In the forest around my studio there is a pond, I walk or sit there almost every day. It is a place to recuperate, and enjoy the silence. It is round, and ringed by forest. Clouds drift across its mirroring surface. The trees reach downward into another sky. When raindrops fall, the image on the surface shatters into abstract patterns. At dusk, the woodland pales into grey-green shadow and the pond is luminous. In the morning, the bright sun pours through branches, washes the scene in gold, and the water is painted with blue. Choughs scrabble around the pond's edge, and from time to time the quiet is broken by the raucous calls of cockatoos. Occasionally, the shrike thrush sings.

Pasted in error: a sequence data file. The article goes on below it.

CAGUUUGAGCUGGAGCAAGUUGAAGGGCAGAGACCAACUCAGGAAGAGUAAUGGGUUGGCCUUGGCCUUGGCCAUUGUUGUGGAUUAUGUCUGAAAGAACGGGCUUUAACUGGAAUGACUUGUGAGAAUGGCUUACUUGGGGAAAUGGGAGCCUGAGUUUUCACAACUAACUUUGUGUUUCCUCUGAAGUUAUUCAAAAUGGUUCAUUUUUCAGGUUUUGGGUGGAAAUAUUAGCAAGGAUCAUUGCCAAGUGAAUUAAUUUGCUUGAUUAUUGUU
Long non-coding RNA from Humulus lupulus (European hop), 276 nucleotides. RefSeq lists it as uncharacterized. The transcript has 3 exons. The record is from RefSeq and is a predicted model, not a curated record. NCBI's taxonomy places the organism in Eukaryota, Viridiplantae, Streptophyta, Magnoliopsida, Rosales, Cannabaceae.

The country out here is decorated with dams and ponds; water is precious, water is the gold in a dry land. We are always drawn to water, and never more so than in places where there is scarcity. Ponds have, of course, their place in art history. Monet returned again and again to his waterlily pond to paint it. Rural dams and ponds in the Australian bush may not have the contrived prettiness of Giverny, but they are an iconic feature of the landscape, and have their own understated, intriguing beauty.